State investments in Colorado children have decreased 3 percent per year, on average, in the past five years after accounting for inflation and child population growth, according to the Colorado Children’s Budget 2013, an annual analysis by the Colorado Children’s Campaign released this week. Five years of state spending examined in the report shows that investments in child health, education and safety are not keeping up with a growing child population.
Less than a third of the state’s total spending is invested in children. In the current fiscal year, just less than 30 percent of state appropriations (from the state’s General Fund, cash funds and federal funds) were for services impacting children—down from 34 percent in the 2009-10 fiscal year.
“Children are our greatest asset, and that’s why Colorado invests significant resources in their healthy development and education,” said Chris Watney, President and CEO of the Colorado Children’s Campaign. “As the economy continues to recover, we must recognize that state investments in children during the past five years aren’t keeping up with inflation and child population growth. This isn’t a sustainable trend if we want to give every child in Colorado the opportunity for a bright future, and it doesn’t reflect the values of a state that is dedicated to ensuring that all kids succeed.”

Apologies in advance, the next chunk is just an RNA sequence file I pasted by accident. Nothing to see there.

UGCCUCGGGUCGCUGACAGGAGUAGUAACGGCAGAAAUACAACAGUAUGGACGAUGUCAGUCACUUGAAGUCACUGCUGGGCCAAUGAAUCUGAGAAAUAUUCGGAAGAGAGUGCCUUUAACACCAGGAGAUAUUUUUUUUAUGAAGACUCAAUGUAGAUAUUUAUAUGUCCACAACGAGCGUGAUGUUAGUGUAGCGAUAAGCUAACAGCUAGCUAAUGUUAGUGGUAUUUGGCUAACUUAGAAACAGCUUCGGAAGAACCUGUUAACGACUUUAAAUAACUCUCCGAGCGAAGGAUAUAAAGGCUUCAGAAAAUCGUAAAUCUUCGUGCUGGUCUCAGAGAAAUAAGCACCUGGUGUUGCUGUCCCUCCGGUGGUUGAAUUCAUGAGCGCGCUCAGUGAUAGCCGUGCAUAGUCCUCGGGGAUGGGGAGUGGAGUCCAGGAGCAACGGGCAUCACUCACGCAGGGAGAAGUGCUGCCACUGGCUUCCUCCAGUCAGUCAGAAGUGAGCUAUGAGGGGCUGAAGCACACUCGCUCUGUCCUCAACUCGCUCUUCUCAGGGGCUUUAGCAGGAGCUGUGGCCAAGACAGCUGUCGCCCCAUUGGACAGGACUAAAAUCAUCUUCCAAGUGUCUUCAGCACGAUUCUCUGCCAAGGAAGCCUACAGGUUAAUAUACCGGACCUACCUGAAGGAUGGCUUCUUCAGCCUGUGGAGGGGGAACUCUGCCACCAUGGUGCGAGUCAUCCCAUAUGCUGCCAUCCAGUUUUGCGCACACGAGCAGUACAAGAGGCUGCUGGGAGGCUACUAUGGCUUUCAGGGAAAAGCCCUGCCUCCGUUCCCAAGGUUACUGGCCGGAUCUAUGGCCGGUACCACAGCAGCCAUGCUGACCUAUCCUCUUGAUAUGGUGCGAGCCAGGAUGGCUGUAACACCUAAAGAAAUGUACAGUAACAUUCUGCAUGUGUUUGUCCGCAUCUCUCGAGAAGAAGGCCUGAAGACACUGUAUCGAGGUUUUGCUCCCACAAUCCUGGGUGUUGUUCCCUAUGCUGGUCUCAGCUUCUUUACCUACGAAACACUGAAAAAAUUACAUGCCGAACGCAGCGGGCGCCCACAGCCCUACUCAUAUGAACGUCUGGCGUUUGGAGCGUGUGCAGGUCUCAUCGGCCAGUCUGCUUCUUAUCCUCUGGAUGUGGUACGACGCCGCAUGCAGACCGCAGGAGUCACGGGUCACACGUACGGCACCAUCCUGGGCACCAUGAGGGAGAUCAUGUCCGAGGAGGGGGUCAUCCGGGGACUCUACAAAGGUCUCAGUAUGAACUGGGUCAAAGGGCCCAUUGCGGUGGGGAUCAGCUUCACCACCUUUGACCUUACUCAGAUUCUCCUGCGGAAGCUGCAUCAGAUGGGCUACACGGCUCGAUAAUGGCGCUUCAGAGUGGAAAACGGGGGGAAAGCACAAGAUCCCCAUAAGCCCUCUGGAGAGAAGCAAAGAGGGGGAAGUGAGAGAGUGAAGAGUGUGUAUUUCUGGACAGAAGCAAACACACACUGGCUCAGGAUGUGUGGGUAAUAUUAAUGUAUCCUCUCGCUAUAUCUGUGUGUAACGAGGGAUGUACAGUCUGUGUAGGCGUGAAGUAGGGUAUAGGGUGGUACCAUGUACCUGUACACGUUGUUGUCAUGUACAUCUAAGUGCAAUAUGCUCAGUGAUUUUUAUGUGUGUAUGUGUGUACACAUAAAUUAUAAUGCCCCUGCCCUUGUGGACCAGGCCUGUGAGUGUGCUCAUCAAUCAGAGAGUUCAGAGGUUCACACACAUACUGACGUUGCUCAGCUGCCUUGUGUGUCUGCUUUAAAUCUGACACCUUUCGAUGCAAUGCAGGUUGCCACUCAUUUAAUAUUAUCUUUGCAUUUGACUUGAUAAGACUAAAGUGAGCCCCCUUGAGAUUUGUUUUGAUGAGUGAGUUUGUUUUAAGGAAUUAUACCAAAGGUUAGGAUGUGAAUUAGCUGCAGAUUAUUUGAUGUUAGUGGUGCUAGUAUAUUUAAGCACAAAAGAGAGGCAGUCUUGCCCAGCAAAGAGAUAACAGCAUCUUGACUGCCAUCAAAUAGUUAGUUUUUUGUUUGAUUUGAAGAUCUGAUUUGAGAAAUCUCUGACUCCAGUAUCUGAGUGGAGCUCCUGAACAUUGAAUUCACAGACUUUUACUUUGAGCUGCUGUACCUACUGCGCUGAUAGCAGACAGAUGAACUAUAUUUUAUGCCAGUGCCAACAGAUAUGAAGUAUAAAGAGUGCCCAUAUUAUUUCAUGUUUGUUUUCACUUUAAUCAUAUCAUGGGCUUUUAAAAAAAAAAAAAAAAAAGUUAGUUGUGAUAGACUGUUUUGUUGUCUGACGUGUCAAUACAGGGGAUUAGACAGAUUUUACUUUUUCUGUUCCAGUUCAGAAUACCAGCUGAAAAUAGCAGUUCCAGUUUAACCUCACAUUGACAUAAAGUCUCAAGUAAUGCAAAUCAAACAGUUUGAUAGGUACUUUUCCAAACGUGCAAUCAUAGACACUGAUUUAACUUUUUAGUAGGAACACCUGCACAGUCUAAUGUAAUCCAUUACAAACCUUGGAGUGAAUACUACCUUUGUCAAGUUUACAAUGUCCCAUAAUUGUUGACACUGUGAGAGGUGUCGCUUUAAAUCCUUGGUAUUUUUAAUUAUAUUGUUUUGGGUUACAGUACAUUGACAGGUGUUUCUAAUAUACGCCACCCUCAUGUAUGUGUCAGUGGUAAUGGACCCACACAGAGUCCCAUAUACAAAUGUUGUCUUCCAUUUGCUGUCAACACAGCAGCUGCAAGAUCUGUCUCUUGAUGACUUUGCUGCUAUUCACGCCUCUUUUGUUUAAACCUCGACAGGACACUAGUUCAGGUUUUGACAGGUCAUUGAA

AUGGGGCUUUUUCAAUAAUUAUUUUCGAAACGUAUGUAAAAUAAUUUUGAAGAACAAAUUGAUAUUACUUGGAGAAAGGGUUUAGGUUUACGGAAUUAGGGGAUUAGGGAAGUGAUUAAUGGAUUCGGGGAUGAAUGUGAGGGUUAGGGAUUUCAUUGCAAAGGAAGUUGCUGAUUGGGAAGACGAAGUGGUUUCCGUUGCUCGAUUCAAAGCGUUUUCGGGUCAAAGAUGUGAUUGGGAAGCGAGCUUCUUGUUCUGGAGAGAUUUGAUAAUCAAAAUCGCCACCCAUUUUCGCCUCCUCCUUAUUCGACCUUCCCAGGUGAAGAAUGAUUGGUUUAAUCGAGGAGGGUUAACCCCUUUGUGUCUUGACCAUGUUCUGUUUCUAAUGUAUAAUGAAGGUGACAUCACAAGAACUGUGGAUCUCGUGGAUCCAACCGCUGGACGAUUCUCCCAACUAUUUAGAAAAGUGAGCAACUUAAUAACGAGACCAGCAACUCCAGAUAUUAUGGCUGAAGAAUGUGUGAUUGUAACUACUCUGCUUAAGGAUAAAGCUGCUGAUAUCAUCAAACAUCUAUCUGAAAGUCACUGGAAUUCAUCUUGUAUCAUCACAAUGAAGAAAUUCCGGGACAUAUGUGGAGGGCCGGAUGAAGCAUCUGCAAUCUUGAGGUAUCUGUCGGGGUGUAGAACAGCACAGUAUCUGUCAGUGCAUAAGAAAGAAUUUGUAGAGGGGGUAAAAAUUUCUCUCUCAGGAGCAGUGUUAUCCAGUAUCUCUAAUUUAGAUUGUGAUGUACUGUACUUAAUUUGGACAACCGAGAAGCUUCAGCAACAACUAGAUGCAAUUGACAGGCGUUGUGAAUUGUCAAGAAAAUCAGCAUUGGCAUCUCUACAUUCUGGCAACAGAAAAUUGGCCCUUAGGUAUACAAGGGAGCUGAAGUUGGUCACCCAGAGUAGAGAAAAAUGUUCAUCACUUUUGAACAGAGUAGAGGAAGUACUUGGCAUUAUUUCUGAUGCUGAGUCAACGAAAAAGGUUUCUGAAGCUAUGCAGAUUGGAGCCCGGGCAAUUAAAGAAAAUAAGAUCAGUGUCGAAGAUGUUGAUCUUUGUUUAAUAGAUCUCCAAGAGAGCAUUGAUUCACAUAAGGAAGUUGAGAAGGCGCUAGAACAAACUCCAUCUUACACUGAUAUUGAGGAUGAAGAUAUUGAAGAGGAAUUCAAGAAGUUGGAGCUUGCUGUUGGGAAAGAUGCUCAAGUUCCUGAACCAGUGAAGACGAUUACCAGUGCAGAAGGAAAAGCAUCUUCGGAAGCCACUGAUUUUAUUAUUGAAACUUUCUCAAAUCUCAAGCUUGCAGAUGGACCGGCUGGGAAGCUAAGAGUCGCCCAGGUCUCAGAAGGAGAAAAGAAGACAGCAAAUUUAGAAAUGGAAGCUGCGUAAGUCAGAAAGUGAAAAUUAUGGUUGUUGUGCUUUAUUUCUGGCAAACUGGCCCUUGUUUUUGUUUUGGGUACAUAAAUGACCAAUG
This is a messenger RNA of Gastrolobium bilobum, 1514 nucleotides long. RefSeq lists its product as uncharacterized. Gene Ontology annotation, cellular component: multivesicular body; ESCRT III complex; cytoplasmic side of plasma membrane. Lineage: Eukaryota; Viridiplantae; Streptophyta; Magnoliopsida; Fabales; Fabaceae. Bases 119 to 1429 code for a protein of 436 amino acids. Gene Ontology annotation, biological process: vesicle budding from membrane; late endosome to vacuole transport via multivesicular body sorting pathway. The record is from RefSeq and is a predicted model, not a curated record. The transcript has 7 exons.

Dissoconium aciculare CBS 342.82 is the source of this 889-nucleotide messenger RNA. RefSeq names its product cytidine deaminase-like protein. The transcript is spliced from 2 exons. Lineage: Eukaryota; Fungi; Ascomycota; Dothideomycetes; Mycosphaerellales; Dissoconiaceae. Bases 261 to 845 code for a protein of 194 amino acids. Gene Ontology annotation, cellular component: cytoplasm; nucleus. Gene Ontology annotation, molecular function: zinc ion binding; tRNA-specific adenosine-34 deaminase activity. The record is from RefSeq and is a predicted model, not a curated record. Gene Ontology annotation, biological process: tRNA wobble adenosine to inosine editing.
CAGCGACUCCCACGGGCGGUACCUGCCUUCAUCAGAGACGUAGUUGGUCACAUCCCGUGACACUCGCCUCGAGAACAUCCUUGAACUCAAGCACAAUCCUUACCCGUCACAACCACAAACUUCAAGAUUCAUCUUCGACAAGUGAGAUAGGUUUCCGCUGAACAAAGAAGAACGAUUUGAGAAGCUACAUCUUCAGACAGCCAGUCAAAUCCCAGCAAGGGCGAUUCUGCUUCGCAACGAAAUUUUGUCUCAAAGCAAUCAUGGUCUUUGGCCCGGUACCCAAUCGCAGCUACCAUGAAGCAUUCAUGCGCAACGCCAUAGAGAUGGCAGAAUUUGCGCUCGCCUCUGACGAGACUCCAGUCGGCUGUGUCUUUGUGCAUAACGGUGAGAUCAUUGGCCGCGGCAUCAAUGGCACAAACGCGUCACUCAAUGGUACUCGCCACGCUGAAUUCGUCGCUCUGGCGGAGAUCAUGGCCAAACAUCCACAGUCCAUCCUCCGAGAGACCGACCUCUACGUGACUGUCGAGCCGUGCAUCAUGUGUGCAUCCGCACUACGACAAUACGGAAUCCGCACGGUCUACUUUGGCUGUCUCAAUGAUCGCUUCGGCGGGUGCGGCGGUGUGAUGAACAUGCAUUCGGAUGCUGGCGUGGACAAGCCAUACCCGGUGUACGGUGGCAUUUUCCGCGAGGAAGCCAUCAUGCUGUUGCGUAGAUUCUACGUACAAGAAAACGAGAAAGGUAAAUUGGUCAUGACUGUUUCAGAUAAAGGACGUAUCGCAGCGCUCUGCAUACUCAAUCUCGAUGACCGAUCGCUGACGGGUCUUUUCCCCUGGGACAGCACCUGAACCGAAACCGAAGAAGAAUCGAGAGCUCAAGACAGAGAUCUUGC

The annual analysis by the state’s leading voice for kids serves as a resource for state leaders and policy makers as they examine how Colorado finances investments in children. The report breaks down spending into four areas: early childhood learning and development, child health, K-12 education and family and community support. Click here to read the top findings and download a PDF copy of the report.